I am still confused by the "who" would lead the effort. I know BlackBerry Limited has zero interest. So we can eliminate them. Next and only option, a person raises the funds needed to get BlackBerry willing to license the code. People keep posting what a great idea and business can be built using BB10. What I don't understand is if they believe this why don't they do something and prove everyone else here wrong.
    04-28-20 08:14 PM
  20. joeldf's Avatar
    Or, how? Don wants to these phantom developers to magically acquire the BB10 software and Samsung hardware - both highly protected intellectual property - to make some Frankenstein pipe-dream product that no one wants. Certainly not BlackBerry or Samsung.
    04-28-20 10:09 PM
  21. Emaderton3's Avatar
    I guess I should have written "restart a work in progress." The point is that over time and with customer funding, privacy issues prevalent in iOS and Android could be addressed. The other is that with a smaller customer base focused on privacy, this base can more easily drive future development direction. This latter idea is a conceptual stumbling block for BlackBerry which has never been very customer/potential customer oriented. The other thing to emphasize is that the product cycle could be two to three times as long than with the duopoly's products. We will not get true privacy innovations for a while, but it will not be worse than what we have now.

    The idea is similar to crowd funding, but with a "pay-it-backward & forward" twist. The key question is: How minimalist can changes in BB10 functionality be that would attract buy-in? I indicated what I would want above.
    Where are the customer funds coming from? Any good business model should be able to estimate these.
    04-29-20 11:12 AM
  22. DonHB's Avatar
    Addressed how? You keep jumping back and forth between simply offering a more privacy-centric OS to an industry-wide paradigm shift has to how files and data are managed.

    Neither requires BB10 in any way. It only makes things even harder and more expensive.
    NO. I would like an OS to support this to make use and software development easier. Other platforms could be supported with apps. While it would be great if industry would act on the problem, the issue is how to begin addressing the problem. Because the market IS SMALL funding needs to be provided by people that wish to have the problem addressed. People who do, NEED to realize that the development will NOT progress without financial support.

    I have been proposing that a product be offered which DOES NOT YET fully deliver on privacy, but the offering delivers some of what people want with the promise of continued development which will, over time, address the problem. In return for supporting development you will get this product WHEN you pay. The product I would accept in return for my dollars is a mildly revamped BB10.

    Also, the issue of privacy is not limited to phones. So, using an embedded OS makes sense. It would be good to have the same level of privacy delivered in I/EoT too. 7.x, as with prior versions, have the features of Linux. So, it can also be made to fit the desktop again.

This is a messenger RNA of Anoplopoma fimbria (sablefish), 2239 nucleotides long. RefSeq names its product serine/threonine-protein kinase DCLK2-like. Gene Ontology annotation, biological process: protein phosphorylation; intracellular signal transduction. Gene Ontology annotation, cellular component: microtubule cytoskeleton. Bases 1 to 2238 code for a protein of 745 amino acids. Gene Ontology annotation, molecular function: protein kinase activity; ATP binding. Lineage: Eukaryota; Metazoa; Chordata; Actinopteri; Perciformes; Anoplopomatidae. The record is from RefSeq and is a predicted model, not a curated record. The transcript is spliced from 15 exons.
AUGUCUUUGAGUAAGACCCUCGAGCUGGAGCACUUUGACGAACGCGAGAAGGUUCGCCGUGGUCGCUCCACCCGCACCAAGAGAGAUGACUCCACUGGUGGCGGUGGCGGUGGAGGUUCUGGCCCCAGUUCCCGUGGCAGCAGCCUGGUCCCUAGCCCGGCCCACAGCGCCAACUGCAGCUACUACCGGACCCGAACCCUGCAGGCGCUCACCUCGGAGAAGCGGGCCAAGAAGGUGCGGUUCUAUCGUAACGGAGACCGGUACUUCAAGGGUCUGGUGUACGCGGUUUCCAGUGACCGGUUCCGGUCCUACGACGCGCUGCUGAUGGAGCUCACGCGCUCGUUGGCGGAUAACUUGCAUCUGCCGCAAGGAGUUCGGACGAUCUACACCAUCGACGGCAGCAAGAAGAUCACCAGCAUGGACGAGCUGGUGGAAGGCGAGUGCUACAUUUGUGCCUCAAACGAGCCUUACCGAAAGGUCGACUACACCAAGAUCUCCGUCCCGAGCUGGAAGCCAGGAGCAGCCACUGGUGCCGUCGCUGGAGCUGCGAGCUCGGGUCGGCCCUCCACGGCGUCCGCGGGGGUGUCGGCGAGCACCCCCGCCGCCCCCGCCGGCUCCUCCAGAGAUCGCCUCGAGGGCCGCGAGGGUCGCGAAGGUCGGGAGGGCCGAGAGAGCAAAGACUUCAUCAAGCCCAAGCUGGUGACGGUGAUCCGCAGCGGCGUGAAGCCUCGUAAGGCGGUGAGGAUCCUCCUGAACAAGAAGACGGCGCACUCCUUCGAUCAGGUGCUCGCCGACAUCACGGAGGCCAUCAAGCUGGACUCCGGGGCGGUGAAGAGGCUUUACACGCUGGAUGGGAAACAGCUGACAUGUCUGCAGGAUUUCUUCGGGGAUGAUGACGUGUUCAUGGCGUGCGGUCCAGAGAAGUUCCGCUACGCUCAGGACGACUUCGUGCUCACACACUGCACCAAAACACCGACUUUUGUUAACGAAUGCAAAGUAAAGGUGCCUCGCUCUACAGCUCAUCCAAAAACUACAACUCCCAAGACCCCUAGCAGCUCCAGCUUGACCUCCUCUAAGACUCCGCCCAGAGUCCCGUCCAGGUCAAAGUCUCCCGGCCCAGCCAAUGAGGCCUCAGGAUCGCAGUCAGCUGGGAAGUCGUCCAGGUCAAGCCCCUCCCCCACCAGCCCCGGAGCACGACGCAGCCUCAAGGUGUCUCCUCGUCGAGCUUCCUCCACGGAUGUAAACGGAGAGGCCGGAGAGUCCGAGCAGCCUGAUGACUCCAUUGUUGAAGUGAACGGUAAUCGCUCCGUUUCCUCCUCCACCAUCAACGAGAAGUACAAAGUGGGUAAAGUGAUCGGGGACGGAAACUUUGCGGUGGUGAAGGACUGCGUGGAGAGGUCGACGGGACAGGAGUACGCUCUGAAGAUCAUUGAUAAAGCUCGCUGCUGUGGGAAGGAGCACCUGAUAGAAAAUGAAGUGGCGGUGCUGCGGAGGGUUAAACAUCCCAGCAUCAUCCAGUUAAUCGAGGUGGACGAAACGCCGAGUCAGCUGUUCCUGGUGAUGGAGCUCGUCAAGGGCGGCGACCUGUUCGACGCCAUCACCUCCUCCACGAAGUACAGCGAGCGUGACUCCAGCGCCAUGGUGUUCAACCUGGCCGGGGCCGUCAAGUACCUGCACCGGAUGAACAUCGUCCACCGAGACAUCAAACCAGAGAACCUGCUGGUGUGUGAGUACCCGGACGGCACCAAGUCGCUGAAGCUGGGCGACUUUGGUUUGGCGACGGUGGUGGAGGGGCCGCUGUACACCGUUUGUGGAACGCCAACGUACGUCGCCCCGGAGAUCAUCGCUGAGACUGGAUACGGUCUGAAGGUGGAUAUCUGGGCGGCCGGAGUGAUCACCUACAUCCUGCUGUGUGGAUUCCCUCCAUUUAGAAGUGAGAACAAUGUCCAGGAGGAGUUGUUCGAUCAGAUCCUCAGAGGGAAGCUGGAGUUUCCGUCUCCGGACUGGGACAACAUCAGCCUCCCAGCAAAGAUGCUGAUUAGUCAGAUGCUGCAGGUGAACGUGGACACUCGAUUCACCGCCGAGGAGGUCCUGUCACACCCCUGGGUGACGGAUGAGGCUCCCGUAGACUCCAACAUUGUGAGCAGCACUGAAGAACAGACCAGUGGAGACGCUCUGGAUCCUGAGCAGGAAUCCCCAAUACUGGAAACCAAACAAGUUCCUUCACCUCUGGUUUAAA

04-29-20 05:17 PM
  23. eshropshire's Avatar
    Or, how? Don wants to these phantom developers to magically acquire the BB10 software and Samsung hardware - both highly protected intellectual property - to make some Frankenstein pipe-dream product that no one wants. Certainly not BlackBerry or Samsung.
    I don't get why he keeps posting his 'well thought out' plans for a new super secure phone on a public forum. If he really believes there is a market, he should write a business plan and start rounding up investors. Once he has a decent investment committed and pledges for additional investment, he should enter into negotiations with BlackBerry to license the technology he needs for his project. If he succeeds he will have the pleasure of saying I told you so to all of his detractors.
    04-29-20 07:21 PM
  24. DonHB's Avatar
    I don't get why he keeps posting his 'well thought out' plans for a new super secure phone on a public forum. If he really believes there is a market, he should write a business plan and start rounding up investors. Once he has a decent investment committed and pledges for additional investment, he should enter into negotiations with BlackBerry to license the technology he needs for his project. If he succeeds he will have the pleasure of saying I told you so to all of his detractors.
    Because BlackBerry is best positioned to execute this. The issue is financing and clearly the people who have answered this thread have no interest in funding an OS to address privacy issues even if it could have applicability to E/IoT.

    Problem with CrackBerry is the naysayers or more "vocal" than aye sayers. Probably this is due to the overt criticism of anything pro BB10.
    04-29-20 07:41 PM
  25. Chuck Finley69's Avatar
    Because BlackBerry is best positioned to execute this. The issue is financing and clearly the people who have answered this thread have no interest in funding an OS to address privacy issues even if it could have applicability to E/IoT.

    Problem with CrackBerry is the naysayers or more "vocal" than aye sayers.
    That has never truly mattered. BlackBerry and many other companies don’t count on a fan site to make actual business models or plans. The base is too skewed and talk is cheap. Historically, actual paying users never have materialized in any significant numbers...

    It’s like when there’s a Facebook scandal or some different privacy or identity breach. Everyone feigns concern but actual consumer behavior continues as previous or if slight variation, returns to statistical norm shortly thereafter.
    04-29-20 07:47 PM